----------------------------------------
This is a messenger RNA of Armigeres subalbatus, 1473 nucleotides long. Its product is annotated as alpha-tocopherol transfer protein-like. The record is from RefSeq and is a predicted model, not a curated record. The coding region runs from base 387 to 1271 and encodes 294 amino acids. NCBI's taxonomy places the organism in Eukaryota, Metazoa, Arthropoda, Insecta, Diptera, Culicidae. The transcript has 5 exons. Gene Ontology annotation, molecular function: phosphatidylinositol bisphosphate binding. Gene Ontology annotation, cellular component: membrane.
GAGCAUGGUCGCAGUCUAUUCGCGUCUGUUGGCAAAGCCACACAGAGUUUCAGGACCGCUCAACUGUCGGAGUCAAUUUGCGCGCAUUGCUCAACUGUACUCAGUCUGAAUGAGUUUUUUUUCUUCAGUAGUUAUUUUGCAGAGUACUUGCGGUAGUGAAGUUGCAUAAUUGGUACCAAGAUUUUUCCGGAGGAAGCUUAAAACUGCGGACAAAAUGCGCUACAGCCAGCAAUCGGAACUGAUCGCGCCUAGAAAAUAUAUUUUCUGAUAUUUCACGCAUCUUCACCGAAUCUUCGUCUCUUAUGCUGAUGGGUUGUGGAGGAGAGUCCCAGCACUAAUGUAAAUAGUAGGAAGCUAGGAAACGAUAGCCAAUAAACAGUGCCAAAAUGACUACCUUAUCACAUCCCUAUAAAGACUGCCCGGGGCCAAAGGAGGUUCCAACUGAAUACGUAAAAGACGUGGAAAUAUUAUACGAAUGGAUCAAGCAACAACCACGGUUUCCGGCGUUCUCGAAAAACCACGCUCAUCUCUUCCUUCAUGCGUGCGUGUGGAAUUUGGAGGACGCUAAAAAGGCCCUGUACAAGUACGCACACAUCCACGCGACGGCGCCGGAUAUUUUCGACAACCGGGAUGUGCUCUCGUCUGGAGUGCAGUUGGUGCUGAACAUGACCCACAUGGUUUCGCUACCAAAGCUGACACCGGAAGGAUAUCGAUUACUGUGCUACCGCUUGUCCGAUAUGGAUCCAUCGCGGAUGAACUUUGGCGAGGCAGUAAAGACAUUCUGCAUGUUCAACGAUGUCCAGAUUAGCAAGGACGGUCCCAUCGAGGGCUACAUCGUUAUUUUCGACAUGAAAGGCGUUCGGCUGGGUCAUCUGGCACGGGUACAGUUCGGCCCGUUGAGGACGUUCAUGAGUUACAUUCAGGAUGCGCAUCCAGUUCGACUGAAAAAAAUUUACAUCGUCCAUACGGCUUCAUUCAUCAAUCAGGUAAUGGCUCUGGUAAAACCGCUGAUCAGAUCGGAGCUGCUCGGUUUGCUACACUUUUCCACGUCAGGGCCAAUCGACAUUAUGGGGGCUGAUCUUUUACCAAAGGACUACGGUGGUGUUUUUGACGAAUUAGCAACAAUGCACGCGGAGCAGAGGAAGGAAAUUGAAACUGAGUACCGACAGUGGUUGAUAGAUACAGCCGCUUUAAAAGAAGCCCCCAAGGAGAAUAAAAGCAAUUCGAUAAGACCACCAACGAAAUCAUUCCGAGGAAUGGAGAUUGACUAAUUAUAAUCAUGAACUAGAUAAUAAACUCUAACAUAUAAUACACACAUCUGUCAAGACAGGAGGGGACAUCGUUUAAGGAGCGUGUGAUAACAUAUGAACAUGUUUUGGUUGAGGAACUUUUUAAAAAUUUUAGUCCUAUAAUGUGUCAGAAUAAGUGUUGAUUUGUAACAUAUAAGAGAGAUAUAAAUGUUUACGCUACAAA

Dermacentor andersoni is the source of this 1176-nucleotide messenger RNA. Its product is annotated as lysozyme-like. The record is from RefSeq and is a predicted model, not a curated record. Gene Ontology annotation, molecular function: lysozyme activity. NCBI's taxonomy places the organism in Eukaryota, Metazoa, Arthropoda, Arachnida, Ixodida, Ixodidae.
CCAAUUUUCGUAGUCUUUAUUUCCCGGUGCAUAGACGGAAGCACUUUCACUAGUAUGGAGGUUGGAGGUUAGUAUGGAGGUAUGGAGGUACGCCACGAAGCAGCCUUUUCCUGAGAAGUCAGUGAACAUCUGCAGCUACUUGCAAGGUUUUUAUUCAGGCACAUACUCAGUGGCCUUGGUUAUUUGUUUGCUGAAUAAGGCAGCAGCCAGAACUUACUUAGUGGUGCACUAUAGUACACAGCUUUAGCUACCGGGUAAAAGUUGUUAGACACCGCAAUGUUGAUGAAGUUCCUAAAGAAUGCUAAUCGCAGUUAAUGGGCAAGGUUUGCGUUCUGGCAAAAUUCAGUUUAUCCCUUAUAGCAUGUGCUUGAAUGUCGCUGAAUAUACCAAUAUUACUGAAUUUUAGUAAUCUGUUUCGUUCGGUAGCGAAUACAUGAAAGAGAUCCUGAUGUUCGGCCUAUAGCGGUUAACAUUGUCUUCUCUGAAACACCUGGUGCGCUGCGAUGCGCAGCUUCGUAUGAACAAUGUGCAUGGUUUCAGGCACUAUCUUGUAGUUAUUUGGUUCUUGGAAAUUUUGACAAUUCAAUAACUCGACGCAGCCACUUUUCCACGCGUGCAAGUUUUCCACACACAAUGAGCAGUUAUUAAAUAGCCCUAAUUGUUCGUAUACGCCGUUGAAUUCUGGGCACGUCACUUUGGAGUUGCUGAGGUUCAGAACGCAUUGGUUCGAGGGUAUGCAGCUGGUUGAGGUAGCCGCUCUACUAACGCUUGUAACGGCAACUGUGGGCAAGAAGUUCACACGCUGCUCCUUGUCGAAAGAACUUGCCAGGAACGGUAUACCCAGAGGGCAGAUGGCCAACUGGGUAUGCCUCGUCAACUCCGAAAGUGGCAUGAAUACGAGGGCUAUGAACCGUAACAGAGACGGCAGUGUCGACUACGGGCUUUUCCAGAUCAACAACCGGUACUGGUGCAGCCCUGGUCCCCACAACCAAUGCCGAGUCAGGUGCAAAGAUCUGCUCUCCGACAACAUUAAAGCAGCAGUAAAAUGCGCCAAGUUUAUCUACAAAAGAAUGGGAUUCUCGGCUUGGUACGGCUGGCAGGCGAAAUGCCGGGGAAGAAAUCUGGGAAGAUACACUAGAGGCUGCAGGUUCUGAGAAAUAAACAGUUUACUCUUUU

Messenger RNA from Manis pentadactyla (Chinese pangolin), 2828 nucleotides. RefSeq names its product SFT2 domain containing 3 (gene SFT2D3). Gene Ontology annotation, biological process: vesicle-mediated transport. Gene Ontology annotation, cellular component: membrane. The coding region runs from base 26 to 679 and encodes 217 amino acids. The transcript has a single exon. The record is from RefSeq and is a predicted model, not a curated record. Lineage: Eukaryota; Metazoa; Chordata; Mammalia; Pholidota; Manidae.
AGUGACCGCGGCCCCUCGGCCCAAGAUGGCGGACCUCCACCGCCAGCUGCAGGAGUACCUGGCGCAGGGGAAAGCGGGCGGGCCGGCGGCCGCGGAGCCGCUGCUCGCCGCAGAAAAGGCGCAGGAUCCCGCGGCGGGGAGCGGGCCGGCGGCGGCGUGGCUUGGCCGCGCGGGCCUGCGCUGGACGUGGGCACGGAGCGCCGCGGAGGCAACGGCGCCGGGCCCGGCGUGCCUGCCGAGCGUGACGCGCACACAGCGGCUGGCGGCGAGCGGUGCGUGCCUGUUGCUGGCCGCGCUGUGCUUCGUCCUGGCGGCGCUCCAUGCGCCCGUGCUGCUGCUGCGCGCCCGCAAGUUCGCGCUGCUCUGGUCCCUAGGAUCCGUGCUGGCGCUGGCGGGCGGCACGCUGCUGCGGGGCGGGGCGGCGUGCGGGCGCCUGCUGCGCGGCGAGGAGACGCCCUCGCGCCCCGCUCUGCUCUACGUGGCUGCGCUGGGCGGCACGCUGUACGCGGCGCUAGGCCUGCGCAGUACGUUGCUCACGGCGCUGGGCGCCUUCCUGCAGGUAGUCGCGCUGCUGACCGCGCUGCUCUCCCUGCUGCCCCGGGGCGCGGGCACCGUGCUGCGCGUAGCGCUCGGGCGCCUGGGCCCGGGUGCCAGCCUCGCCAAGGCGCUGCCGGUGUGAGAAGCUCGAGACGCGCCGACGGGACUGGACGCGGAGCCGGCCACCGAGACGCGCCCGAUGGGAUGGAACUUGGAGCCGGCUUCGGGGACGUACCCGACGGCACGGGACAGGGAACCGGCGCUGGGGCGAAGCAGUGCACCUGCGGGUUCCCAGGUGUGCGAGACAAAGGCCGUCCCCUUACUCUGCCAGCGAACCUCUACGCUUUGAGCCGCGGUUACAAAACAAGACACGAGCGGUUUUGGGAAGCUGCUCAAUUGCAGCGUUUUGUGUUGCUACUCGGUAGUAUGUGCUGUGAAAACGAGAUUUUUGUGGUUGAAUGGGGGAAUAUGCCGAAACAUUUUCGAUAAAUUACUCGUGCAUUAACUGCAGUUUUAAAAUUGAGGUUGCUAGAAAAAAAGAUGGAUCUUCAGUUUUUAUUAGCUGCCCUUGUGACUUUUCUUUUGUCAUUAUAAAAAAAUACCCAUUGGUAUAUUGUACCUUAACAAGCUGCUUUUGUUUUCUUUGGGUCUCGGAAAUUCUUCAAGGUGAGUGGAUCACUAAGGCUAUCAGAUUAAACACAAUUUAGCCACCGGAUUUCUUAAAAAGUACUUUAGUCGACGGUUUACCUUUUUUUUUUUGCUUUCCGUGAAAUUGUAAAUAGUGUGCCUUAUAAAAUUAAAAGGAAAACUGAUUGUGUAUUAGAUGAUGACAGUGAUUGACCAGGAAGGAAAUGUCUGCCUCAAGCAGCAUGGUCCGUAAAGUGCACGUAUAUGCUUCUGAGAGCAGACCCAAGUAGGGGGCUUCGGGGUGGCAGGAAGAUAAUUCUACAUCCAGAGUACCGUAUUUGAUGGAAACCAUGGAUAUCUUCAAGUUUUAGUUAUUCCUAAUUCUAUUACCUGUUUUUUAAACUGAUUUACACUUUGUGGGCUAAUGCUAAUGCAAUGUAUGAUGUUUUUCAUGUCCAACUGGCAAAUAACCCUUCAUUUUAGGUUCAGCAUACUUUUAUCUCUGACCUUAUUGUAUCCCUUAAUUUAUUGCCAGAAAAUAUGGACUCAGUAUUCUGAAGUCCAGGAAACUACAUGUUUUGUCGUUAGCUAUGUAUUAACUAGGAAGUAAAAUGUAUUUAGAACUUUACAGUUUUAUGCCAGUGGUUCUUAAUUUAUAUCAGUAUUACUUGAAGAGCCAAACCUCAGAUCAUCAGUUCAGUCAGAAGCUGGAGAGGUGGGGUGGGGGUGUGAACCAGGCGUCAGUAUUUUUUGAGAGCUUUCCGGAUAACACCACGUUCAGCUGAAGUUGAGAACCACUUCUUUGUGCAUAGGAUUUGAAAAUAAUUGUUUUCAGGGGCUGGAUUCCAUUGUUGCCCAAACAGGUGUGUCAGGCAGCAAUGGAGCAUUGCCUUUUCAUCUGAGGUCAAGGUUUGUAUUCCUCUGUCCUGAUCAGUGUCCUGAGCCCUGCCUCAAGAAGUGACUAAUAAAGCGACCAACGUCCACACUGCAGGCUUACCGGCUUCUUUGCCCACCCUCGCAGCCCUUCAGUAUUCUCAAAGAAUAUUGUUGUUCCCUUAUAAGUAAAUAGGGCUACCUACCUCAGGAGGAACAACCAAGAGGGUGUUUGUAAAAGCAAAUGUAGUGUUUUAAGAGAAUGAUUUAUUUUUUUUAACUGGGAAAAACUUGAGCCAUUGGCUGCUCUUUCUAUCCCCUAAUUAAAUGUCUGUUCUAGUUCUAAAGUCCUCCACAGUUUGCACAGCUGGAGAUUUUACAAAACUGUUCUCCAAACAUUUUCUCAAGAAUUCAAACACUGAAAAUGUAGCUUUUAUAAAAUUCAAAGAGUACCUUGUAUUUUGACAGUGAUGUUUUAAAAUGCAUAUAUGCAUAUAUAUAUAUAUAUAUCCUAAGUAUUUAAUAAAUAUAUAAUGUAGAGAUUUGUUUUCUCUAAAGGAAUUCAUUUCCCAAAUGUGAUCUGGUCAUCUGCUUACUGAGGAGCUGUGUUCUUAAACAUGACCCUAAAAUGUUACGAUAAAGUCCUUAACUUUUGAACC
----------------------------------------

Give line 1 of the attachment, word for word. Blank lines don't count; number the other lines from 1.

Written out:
This is a messenger RNA of Armigeres subalbatus, 1473 nucleotides long. Its product is annotated as alpha-tocopherol transfer protein-like. The record is from RefSeq and is a predicted model, not a curated record. The coding region runs from base 387 to 1271 and encodes 294 amino acids. NCBI's taxonomy places the organism in Eukaryota, Metazoa, Arthropoda, Insecta, Diptera, Culicidae. The transcript has 5 exons. Gene Ontology annotation, molecular function: phosphatidylinositol bisphosphate binding. Gene Ontology annotation, cellular component: membrane.